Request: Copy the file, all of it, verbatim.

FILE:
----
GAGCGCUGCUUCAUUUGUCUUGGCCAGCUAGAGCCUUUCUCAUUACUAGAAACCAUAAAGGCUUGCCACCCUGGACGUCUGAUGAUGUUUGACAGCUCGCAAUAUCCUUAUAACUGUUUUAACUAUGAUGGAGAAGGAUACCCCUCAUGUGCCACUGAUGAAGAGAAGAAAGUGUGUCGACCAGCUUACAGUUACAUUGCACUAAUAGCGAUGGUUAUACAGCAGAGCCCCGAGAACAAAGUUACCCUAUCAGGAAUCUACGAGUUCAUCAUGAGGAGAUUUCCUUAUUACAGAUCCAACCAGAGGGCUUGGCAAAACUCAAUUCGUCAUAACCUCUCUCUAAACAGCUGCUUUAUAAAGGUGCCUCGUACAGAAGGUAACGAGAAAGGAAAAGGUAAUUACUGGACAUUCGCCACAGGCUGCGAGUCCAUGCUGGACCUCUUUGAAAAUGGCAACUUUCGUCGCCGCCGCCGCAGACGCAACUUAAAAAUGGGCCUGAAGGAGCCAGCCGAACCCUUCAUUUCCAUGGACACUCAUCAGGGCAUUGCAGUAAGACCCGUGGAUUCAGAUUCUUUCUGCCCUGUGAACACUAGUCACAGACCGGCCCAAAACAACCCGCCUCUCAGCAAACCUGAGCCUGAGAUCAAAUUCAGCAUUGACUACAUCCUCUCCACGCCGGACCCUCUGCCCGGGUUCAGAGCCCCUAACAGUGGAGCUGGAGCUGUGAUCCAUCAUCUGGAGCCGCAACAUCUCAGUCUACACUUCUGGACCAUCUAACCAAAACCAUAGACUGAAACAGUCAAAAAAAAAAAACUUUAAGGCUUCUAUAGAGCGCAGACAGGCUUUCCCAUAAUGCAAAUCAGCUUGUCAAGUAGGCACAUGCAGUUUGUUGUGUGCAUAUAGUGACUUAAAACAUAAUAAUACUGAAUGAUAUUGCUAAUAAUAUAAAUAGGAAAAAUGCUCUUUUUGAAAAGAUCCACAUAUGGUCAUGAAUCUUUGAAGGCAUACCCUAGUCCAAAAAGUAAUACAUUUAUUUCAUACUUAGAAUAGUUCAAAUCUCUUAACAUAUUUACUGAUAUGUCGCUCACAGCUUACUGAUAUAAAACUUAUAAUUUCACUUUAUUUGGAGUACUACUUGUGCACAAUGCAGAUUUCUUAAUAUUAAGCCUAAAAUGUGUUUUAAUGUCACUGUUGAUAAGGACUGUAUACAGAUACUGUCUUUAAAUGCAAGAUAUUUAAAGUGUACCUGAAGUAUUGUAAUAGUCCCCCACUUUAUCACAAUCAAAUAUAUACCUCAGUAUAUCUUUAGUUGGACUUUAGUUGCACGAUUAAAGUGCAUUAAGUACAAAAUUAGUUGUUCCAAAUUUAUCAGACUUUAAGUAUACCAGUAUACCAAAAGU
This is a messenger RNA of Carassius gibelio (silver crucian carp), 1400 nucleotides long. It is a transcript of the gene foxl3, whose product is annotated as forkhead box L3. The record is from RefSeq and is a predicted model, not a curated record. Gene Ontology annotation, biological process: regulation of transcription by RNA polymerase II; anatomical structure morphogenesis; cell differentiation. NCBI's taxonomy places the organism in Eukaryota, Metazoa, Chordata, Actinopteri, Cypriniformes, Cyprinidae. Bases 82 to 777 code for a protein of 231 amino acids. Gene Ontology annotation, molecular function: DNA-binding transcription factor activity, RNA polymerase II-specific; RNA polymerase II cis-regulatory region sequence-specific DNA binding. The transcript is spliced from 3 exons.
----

GAGCGCUGCUUCAUUUGUCUUGGCCAGCUAGAGCCUUUCUCAUUACUAGAAACCAUAAAGGCUUGCCACCCUGGACGUCUGAUGAUGUUUGACAGCUCGCAAUAUCCUUAUAACUGUUUUAACUAUGAUGGAGAAGGAUACCCCUCAUGUGCCACUGAUGAAGAGAAGAAAGUGUGUCGACCAGCUUACAGUUACAUUGCACUAAUAGCGAUGGUUAUACAGCAGAGCCCCGAGAACAAAGUUACCCUAUCAGGAAUCUACGAGUUCAUCAUGAGGAGAUUUCCUUAUUACAGAUCCAACCAGAGGGCUUGGCAAAACUCAAUUCGUCAUAACCUCUCUCUAAACAGCUGCUUUAUAAAGGUGCCUCGUACAGAAGGUAACGAGAAAGGAAAAGGUAAUUACUGGACAUUCGCCACAGGCUGCGAGUCCAUGCUGGACCUCUUUGAAAAUGGCAACUUUCGUCGCCGCCGCCGCAGACGCAACUUAAAAAUGGGCCUGAAGGAGCCAGCCGAACCCUUCAUUUCCAUGGACACUCAUCAGGGCAUUGCAGUAAGACCCGUGGAUUCAGAUUCUUUCUGCCCUGUGAACACUAGUCACAGACCGGCCCAAAACAACCCGCCUCUCAGCAAACCUGAGCCUGAGAUCAAAUUCAGCAUUGACUACAUCCUCUCCACGCCGGACCCUCUGCCCGGGUUCAGAGCCCCUAACAGUGGAGCUGGAGCUGUGAUCCAUCAUCUGGAGCCGCAACAUCUCAGUCUACACUUCUGGACCAUCUAACCAAAACCAUAGACUGAAACAGUCAAAAAAAAAAAACUUUAAGGCUUCUAUAGAGCGCAGACAGGCUUUCCCAUAAUGCAAAUCAGCUUGUCAAGUAGGCACAUGCAGUUUGUUGUGUGCAUAUAGUGACUUAAAACAUAAUAAUACUGAAUGAUAUUGCUAAUAAUAUAAAUAGGAAAAAUGCUCUUUUUGAAAAGAUCCACAUAUGGUCAUGAAUCUUUGAAGGCAUACCCUAGUCCAAAAAGUAAUACAUUUAUUUCAUACUUAGAAUAGUUCAAAUCUCUUAACAUAUUUACUGAUAUGUCGCUCACAGCUUACUGAUAUAAAACUUAUAAUUUCACUUUAUUUGGAGUACUACUUGUGCACAAUGCAGAUUUCUUAAUAUUAAGCCUAAAAUGUGUUUUAAUGUCACUGUUGAUAAGGACUGUAUACAGAUACUGUCUUUAAAUGCAAGAUAUUUAAAGUGUACCUGAAGUAUUGUAAUAGUCCCCCACUUUAUCACAAUCAAAUAUAUACCUCAGUAUAUCUUUAGUUGGACUUUAGUUGCACGAUUAAAGUGCAUUAAGUACAAAAUUAGUUGUUCCAAAUUUAUCAGACUUUAAGUAUACCAGUAUACCAAAAGU
This is a messenger RNA of Carassius gibelio (silver crucian carp), 1400 nucleotides long. It is a transcript of the gene foxl3, whose product is annotated as forkhead box L3. The record is from RefSeq and is a predicted model, not a curated record. Gene Ontology annotation, biological process: regulation of transcription by RNA polymerase II; anatomical structure morphogenesis; cell differentiation. NCBI's taxonomy places the organism in Eukaryota, Metazoa, Chordata, Actinopteri, Cypriniformes, Cyprinidae. Bases 82 to 777 code for a protein of 231 amino acids. Gene Ontology annotation, molecular function: DNA-binding transcription factor activity, RNA polymerase II-specific; RNA polymerase II cis-regulatory region sequence-specific DNA binding. The transcript is spliced from 3 exons.